Tuesday, April 22, 2014

Icons Converge: Ford Mustang Celebrates 50 Years at Empire State Building


Two of the world’s most recognizable icons came together last April 16-17, as the all-new 2015 Ford Mustang convertible will be on display on the observation deck of the Empire State Building in New York. The display – replicating the same feat from nearly 50 years ago – coincides with the global celebration of 50 years since Mustang debuted at the 1964 World’s Fair in New York.

“New York is one of the greatest cities in the world, and it’s the place where the Ford Mustang story began 50 years ago,” said Mark Fields, Ford chief operating officer. “We’re thrilled to be visiting the architectural landmark that has been the heart of the Manhattan skyline for 83 years with the newest generation of the car that is the soul of Ford Motor Company.”

Taking a car 86 stories above the densely populated streets of Midtown Manhattan is no simple task. No portable crane can reach the 86th floor observatory, and the spire towering above the relatively narrow deck makes helicopter delivery impossible. That leaves the elevators as the only viable option.

When the Empire State Building opened in 1931 as the world’s then tallest building – a title it held for nearly 40 years – no one would have envisioned trying to transport a car up in the original elevators. But in 1965, a prototype Mustang convertible was sliced into three main sections plus windshield so that the sections would fit into those elevators.

“New York is one of the greatest cities in the world, and it’s the place where the Ford Mustang story began 50 years ago,” said Mark Fields, Ford chief operating officer. “We’re thrilled to be visiting the architectural landmark that has been the heart of the Manhattan skyline for 83 years with the newest generation of the car that is the soul of Ford Motor Company.”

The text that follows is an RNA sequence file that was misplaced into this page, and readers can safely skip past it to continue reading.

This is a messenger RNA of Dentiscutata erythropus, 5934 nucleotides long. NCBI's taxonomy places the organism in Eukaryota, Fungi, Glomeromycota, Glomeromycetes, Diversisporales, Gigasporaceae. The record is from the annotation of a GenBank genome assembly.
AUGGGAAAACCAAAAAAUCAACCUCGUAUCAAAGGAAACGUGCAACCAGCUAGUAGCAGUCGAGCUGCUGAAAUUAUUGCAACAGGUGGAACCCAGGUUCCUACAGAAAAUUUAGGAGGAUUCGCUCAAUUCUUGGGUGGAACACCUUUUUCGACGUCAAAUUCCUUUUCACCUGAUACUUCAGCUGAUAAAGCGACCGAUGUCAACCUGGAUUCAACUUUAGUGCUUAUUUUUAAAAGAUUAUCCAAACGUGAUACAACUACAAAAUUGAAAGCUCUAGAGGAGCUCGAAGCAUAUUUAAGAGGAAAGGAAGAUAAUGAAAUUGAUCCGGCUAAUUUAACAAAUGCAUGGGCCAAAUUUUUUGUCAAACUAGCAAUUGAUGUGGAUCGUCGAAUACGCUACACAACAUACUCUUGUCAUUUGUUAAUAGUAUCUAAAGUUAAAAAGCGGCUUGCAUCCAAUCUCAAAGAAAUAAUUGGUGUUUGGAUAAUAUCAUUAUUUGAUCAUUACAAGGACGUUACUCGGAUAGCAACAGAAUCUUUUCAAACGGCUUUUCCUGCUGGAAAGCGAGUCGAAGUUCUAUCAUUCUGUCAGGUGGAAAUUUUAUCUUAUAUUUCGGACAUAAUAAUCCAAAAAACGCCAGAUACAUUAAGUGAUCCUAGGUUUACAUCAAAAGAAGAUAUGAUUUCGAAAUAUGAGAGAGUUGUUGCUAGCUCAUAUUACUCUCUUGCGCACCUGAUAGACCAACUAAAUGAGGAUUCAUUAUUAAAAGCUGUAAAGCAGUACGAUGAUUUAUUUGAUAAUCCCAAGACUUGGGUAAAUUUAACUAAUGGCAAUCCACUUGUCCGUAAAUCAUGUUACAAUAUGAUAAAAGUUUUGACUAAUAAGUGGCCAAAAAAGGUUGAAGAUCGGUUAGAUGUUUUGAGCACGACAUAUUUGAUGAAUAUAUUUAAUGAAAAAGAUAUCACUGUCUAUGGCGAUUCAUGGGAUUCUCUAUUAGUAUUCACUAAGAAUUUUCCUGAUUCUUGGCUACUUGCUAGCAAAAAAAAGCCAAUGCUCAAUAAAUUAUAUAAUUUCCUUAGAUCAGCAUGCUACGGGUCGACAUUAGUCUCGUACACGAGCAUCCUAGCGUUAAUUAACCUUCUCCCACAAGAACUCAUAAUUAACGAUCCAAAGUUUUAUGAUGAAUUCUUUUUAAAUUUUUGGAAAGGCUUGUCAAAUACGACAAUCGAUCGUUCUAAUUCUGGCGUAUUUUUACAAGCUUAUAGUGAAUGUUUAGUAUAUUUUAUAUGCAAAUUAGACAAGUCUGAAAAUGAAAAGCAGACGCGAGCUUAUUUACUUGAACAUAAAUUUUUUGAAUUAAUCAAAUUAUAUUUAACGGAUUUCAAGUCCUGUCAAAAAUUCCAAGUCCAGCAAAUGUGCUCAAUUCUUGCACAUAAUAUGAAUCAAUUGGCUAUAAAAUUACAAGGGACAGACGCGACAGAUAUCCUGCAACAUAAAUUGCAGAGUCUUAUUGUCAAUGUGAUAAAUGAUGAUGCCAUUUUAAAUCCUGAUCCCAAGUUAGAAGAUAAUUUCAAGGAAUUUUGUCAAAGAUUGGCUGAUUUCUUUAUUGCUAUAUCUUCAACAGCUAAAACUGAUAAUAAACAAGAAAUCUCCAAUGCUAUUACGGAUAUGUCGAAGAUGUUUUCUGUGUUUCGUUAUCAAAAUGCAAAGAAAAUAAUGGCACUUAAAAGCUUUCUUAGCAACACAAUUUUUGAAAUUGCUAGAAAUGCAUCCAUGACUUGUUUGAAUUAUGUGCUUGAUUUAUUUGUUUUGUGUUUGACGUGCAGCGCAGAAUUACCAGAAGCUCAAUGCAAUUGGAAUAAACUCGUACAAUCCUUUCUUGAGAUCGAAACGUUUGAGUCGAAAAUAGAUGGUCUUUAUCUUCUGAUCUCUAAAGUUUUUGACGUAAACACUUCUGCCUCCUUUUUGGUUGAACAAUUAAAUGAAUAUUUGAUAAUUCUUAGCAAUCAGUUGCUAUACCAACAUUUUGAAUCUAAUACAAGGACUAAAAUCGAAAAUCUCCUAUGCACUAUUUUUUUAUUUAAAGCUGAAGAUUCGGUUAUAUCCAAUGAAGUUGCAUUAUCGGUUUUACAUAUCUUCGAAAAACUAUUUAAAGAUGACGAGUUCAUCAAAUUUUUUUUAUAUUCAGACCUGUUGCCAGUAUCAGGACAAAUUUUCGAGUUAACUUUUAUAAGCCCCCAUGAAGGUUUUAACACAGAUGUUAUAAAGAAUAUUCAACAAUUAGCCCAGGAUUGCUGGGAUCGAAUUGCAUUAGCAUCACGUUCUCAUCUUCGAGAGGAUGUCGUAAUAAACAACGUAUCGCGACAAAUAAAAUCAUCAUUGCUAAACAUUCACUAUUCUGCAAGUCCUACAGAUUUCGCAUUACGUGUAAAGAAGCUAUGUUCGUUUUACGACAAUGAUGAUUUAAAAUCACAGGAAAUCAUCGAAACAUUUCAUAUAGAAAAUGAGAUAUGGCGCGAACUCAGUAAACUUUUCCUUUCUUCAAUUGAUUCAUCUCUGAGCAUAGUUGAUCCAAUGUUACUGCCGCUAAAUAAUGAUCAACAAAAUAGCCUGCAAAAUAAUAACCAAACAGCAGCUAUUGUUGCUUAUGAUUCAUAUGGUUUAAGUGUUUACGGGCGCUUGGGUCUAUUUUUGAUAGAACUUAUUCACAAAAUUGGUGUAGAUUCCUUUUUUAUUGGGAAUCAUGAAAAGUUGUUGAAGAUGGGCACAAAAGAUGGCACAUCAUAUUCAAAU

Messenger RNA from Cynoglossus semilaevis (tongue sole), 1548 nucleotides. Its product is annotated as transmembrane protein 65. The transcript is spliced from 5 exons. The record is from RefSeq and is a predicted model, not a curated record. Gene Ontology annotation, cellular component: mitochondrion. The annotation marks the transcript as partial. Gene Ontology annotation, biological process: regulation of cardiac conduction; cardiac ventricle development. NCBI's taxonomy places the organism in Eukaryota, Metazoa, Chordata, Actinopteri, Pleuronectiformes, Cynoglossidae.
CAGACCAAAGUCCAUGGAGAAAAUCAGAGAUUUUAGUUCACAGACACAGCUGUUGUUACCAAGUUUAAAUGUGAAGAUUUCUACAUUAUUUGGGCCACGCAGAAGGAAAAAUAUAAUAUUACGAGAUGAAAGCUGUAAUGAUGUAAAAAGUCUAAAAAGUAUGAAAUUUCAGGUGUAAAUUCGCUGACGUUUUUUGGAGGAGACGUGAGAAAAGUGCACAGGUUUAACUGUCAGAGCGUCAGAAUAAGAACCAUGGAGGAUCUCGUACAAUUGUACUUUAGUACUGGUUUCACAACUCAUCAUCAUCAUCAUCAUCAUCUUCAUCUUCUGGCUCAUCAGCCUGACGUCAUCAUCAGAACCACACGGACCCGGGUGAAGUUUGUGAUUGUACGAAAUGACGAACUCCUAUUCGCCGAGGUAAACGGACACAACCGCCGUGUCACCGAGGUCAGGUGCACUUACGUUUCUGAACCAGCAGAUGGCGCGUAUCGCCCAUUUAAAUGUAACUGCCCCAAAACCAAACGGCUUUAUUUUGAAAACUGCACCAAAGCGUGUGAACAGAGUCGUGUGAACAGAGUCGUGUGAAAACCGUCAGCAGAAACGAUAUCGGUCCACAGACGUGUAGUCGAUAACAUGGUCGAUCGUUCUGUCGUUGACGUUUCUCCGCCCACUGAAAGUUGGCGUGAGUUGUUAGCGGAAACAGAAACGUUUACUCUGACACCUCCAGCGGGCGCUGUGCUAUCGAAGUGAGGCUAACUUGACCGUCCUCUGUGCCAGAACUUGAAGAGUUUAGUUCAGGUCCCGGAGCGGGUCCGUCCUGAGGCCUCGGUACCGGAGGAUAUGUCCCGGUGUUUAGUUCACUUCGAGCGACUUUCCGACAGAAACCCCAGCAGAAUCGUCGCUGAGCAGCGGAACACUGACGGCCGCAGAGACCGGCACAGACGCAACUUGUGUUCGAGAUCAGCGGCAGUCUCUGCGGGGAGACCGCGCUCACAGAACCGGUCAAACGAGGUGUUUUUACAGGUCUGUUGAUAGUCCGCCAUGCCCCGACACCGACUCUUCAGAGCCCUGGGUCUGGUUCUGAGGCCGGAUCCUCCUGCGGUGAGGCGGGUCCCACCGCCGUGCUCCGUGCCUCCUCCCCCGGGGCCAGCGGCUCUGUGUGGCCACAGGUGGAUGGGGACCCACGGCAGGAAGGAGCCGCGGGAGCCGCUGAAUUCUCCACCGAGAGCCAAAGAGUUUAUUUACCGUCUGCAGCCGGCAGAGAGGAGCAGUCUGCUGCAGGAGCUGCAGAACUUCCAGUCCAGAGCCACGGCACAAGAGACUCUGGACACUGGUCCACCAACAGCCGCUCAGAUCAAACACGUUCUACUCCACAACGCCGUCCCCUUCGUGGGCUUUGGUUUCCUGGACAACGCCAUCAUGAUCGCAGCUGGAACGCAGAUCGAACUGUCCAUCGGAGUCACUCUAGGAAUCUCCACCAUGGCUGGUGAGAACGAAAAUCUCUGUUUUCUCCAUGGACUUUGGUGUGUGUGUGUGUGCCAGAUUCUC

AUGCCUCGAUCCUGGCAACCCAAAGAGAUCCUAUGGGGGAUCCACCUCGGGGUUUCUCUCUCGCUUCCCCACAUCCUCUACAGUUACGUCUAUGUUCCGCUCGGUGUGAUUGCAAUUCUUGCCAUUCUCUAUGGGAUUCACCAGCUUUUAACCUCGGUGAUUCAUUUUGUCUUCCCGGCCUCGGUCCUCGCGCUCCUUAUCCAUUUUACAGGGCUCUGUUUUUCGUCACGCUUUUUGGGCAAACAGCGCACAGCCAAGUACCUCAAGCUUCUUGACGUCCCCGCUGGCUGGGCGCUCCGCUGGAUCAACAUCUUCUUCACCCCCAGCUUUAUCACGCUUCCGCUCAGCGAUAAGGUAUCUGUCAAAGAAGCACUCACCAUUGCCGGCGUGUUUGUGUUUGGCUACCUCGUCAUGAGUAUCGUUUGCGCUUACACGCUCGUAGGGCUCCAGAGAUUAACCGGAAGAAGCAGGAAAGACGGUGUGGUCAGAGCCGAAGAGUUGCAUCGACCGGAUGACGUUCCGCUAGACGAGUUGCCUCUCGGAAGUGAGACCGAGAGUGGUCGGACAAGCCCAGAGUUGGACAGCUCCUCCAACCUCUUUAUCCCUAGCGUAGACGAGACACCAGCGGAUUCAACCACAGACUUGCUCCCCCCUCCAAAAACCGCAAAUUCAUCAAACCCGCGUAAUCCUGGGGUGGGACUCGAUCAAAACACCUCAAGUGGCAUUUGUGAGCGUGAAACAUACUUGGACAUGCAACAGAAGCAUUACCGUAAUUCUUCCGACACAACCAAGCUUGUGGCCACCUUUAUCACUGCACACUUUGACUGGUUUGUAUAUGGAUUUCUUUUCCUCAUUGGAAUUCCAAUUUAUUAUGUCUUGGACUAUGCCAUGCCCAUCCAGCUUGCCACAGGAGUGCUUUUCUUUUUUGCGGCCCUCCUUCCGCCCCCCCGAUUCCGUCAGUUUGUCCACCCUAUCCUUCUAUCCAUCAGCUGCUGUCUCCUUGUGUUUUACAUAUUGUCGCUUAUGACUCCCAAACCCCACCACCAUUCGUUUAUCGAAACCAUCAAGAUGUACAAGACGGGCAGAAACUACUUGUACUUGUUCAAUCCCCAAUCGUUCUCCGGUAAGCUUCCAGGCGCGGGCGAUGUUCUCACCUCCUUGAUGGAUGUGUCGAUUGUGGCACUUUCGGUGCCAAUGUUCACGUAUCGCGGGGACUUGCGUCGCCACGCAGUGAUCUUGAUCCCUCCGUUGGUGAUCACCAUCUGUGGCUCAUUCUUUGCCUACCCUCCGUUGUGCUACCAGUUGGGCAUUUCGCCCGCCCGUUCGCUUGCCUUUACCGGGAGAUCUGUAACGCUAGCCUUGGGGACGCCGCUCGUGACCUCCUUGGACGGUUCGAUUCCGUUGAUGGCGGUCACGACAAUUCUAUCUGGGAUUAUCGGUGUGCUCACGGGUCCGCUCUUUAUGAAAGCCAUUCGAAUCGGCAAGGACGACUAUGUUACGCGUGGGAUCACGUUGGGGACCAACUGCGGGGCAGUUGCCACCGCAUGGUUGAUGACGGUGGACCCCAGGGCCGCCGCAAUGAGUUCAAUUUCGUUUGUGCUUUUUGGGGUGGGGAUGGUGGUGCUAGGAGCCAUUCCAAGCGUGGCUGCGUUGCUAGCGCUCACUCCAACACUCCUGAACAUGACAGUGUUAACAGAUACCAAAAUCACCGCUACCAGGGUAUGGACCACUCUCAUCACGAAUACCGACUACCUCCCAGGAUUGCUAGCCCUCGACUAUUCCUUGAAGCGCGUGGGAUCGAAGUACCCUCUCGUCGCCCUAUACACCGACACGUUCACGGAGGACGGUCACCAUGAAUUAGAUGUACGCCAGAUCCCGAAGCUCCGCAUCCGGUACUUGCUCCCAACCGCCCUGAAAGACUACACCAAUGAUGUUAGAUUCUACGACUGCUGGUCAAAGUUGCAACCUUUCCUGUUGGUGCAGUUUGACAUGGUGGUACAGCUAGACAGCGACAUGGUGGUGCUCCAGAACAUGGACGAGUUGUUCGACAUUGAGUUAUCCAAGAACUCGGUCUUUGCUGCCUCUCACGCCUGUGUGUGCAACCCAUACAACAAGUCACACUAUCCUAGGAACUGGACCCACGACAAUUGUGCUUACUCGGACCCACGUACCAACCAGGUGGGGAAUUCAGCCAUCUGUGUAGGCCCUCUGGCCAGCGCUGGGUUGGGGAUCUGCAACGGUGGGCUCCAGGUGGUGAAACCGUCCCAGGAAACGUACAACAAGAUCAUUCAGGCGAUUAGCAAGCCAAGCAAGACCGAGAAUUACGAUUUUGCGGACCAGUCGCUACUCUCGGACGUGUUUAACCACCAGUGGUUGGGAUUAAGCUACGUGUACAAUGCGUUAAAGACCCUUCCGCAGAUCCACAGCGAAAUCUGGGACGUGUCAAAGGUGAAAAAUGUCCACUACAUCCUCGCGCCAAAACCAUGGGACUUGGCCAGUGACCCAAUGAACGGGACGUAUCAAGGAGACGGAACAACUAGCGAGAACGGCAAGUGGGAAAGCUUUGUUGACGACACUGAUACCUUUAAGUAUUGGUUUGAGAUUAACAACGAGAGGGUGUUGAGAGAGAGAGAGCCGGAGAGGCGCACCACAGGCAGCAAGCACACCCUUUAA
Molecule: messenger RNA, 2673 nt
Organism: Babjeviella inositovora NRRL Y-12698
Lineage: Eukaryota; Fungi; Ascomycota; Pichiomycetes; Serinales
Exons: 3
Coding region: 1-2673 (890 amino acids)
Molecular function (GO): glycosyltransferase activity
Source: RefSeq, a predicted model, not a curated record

Taking a car 86 stories above the densely populated streets of Midtown Manhattan is no simple task. No portable crane can reach the 86th floor observatory, and the spire towering above the relatively narrow deck makes helicopter delivery impossible. That leaves the elevators as the only viable option. When the Empire State Building opened in 1931 as the world’s then tallest building – a title it held for nearly 40 years – no one would have envisioned trying to transport a car up in the original elevators. But in 1965, a prototype Mustang convertible was sliced into three main sections plus windshield so that the sections would fit into those elevators.

“Like all good craftsmen, our team is measuring twice and cutting once to make sure we can get this Mustang up in the elevators,” said Dave Pericak, Mustang chief engineer. “Like the team that did this in 1965, the current crew visited the Empire State Building before starting and took careful measurements of its new elevators and doors before cutting up the car.”

The 2015 Mustang is nearly seven inches longer and four inches wider than its ancestor, making the task of transporting it up even more challenging. Working from computer engineering data, team members preparing the display car have found just the right places to make the cuts so everything can be loaded onto custom-made racks that can be rolled into the elevators.

Once everything is uncrated and transported up 86 floors, the technicians had less than six hours to reassemble the sections into a complete car that was on display above Manhattan.

“It is a privilege to celebrate the new Ford Mustang, to bring together our two iconic brands, and to make new history with Ford,” said Empire State Realty Trust Chairman, President and CEO Anthony E. Malkin. “The Empire State Building and Ford Mustang are both historic innovators – today, as in the past.”


Displaying a 2015 Mustang Convertible 1,000 Feet Above Manhattan: Some Assembly Required

As the world honors 50 years of Ford Mustang, what better way to celebrate one of the most iconic car brands than putting one back on top of one of the most iconic buildings? When Ford and the Empire State Building decided to display a new 2015 Mustang convertible on the 86th floor observation deck, Ford turned to a longtime supplier for the unique expertise required to make this happen.